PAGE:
As the leader I see my role more as an administrator/organizer than teacher and frankly I have probably learned as much as the others. I can highly recommend this if it is structured properly and safety is number one.

Dave T
June 27, 2002, 10:10 AM
Gomes, you said,


I've posted this info in at least four different places and gotten almost no response. Been viewed several hundred times, but less than 10 responses.

Well, I've answered you on two different boards. I've been doing this and no one has commented, asked questions, or anything. Guess only you, Skip, and I think it is a good idea.

June 27, 2002, 02:41 PM
Dave T:

My grandma used to say "You can lead a horse to water, but you can't make him think". [She could turn a phrase that way.:)]

So far, responses have ranged from "Why didn't I think of that?" to "The Gov't will spy on you, if you do" to "Yawn."

Oh well......

June 27, 2002, 06:06 PM
I guess my post wasn't clear enough. I have been privilaged to be part of a Tactical Study Group for a year and part of a less structured training group for four years. I think of a my TSG as the single greatest source of training, information, and skills development I have ever been privilaged to be exposed to.
The expirience of the group is varried and diverse which allows us to draw from a variety of unique perspectives. Not every one can be a snake eating, badass, SOCOM super warrior. Most of the group is made up of people who have little or no law enforcement expierience. Therefore our focus is less on the dynamic tactical entry school of thought and more on the de-escalate, avoid-evade-dissengage-escape tactics critical to survive a close defensive encounter. The dramatic and dynamic change in each member of the group as they have progressed has been an outstanding learning tool in its own right.
Essential to the process is being able to review the video after compleation of a training session. This allows every member of the TSG to assess and evaluate not only their own performance but glean knowlege from the actions and reactions of others.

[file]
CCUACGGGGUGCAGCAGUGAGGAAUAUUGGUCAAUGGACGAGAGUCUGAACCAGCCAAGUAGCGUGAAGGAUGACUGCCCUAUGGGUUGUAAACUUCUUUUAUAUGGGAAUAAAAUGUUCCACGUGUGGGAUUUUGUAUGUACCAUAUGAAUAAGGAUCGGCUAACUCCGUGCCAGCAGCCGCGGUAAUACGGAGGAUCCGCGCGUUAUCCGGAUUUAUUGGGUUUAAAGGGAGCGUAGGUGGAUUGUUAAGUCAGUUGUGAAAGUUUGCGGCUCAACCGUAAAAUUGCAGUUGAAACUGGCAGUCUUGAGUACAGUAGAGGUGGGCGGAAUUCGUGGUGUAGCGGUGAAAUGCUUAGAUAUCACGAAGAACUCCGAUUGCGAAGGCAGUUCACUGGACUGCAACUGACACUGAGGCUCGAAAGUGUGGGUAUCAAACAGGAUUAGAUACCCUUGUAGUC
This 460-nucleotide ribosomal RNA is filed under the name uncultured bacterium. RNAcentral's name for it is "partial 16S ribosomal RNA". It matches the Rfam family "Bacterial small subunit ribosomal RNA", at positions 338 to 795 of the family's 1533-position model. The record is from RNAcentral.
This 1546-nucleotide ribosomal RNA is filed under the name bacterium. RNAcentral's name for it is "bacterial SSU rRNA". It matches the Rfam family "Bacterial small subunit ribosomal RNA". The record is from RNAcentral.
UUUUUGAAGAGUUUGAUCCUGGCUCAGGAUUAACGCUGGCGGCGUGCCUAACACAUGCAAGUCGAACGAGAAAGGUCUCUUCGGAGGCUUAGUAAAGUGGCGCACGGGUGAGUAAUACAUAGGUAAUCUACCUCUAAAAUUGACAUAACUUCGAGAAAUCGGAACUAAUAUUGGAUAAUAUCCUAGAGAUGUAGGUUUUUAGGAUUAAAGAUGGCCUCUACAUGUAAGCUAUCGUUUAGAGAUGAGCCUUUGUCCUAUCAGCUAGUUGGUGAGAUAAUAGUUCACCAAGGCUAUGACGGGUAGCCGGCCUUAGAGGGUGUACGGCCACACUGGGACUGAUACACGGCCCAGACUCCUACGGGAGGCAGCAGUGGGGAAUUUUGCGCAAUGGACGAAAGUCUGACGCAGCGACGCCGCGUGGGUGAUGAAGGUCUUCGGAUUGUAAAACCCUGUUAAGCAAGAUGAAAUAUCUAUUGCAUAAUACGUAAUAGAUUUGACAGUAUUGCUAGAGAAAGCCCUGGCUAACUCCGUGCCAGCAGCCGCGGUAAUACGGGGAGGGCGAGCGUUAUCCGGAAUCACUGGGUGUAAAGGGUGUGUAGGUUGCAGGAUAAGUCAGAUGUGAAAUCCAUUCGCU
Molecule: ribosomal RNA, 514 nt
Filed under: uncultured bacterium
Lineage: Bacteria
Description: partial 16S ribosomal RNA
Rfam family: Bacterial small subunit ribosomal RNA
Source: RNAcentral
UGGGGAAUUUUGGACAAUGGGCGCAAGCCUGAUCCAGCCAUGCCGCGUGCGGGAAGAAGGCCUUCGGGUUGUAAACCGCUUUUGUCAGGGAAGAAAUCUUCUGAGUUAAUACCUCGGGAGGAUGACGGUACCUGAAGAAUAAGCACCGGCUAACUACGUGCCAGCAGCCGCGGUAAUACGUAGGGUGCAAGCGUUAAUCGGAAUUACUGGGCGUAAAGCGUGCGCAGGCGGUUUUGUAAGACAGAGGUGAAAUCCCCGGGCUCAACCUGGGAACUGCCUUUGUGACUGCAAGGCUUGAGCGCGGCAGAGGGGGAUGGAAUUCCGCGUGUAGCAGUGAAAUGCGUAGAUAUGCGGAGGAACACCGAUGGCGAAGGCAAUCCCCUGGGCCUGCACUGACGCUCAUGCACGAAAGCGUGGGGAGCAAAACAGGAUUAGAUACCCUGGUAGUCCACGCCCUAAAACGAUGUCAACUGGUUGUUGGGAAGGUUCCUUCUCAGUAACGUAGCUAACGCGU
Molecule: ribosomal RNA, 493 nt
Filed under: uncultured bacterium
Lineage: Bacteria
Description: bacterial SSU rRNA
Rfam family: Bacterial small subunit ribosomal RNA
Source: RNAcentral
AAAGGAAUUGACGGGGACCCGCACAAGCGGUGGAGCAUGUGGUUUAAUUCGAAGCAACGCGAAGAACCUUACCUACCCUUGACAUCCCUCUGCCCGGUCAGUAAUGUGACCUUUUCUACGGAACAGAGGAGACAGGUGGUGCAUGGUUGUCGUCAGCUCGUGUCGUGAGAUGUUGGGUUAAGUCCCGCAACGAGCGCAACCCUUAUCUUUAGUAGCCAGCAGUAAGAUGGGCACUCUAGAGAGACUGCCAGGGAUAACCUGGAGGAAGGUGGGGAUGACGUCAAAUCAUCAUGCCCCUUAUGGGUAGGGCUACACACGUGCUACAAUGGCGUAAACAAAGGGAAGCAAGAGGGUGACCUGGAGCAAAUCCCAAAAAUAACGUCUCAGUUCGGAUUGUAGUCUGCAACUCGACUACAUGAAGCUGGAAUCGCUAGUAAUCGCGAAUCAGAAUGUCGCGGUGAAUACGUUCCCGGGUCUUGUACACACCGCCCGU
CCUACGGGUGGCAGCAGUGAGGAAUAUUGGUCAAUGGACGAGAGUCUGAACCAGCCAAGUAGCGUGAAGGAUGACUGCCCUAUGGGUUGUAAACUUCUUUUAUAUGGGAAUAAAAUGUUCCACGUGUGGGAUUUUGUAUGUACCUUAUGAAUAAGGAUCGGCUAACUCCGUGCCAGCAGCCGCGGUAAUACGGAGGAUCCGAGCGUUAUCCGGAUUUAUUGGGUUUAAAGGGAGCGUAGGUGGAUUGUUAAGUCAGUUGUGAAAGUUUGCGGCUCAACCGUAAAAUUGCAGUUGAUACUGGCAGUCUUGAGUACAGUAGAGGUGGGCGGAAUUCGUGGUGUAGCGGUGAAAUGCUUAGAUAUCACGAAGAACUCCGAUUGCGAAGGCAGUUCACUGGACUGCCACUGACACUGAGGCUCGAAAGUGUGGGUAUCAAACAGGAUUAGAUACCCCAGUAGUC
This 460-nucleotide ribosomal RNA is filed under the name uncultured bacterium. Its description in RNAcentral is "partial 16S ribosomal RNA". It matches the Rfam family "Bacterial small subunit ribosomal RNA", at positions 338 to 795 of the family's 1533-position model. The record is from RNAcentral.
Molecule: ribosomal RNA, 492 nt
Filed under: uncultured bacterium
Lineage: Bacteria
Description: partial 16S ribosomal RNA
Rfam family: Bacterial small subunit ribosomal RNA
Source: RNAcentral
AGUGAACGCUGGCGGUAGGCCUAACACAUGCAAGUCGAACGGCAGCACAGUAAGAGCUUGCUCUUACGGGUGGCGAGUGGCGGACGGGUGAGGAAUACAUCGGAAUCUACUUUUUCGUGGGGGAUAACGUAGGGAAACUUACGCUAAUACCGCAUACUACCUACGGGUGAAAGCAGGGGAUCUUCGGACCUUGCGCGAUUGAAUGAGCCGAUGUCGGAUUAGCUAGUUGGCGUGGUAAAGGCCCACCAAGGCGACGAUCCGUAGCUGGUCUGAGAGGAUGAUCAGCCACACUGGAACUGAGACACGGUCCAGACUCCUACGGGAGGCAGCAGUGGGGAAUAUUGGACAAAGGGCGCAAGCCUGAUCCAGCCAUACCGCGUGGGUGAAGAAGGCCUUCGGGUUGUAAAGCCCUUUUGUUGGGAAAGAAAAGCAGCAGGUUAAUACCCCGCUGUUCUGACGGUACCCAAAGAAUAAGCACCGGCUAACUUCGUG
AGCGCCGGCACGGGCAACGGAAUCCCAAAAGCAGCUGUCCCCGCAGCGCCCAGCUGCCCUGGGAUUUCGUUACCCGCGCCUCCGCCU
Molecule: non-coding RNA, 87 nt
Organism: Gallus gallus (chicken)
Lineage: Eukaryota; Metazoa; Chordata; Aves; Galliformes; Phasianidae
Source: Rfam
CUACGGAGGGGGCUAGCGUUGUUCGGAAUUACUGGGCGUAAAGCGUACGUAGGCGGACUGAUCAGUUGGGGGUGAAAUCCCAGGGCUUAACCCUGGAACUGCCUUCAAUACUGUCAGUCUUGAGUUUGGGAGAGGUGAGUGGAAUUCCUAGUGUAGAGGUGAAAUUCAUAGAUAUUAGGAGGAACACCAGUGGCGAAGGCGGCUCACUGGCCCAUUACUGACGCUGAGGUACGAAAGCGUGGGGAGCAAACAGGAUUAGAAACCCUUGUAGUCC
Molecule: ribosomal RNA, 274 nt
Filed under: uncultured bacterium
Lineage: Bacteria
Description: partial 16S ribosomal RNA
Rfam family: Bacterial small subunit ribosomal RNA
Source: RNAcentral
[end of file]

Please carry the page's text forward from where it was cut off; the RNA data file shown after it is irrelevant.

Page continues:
Gomez, if you really want to make that horse drink try holding his head under water;)

June 28, 2002, 08:18 AM
Toadlicker, Vaughn, TommyGun, Chris and Dave:

Thank you for the input. The AF/CQC forum has given me more responses than anywhere else I've posted on this topic. I think that TSGs are a resource that shooters everywhere ought to cultivate, unfortunately, there doesn't seem to be enough 'grassroots support' for many people to bother with the headaches involved in organizing and running one. I know that I grow disheartened when five guys say that they are interested and are going to show up and then 20 minutes after start time, I'm making phone calls to find out that they suddenly had other plans..... :mad: :mad:

Those that are involved, stay involved. Those that don't have TSG locally, see what kind of support you can muster and give it a shot [pun intended:)].


Dave T
June 29, 2002, 08:27 AM
To those 300+ people who have read this, I would encourage you to give TSGs, or what ever you want to call it, a try. This training concept is so far ahead of any kind of match, including IDPA, that you will be amaized.

You don't need a lot of people, in fact 3-5 participents would be better than a larger group. You don't need a lot of equipment to get started. Some targets and stands will give you something to work on and with initially. Having some barracades (walls, doors, or something similar) will come in handy as you get into tactics more thoroughly.

Start with something simple. My group did its first session exploring the concept of movement. I put up one, then two, and finally three silhouettes. We engaged them while moving from the point of initial contact, then cretiqued each other and decided what techniques, directions, and ammount of movement worked best.

The advantage with this kind of training is it is so much more useful to see it and do it than simply read about it.

Next time we worked on corners. Just going around corners, both left and right. Next we used a vehicle. We eventually have added shotguns and carbines to the mix. Remember, this isn't competition. Don't keep score or time. If someone is going too slow, it will (or should) come out in the cretique.

My opinion is to keep it simple and concentrate on fundementals. Avoid looking or acting like the last action hero you saw in a movie (their tactics always stink). You don't need Simunitions or a video set up (although both would be nice) for this to be useful. What you (we) need is realistic practice!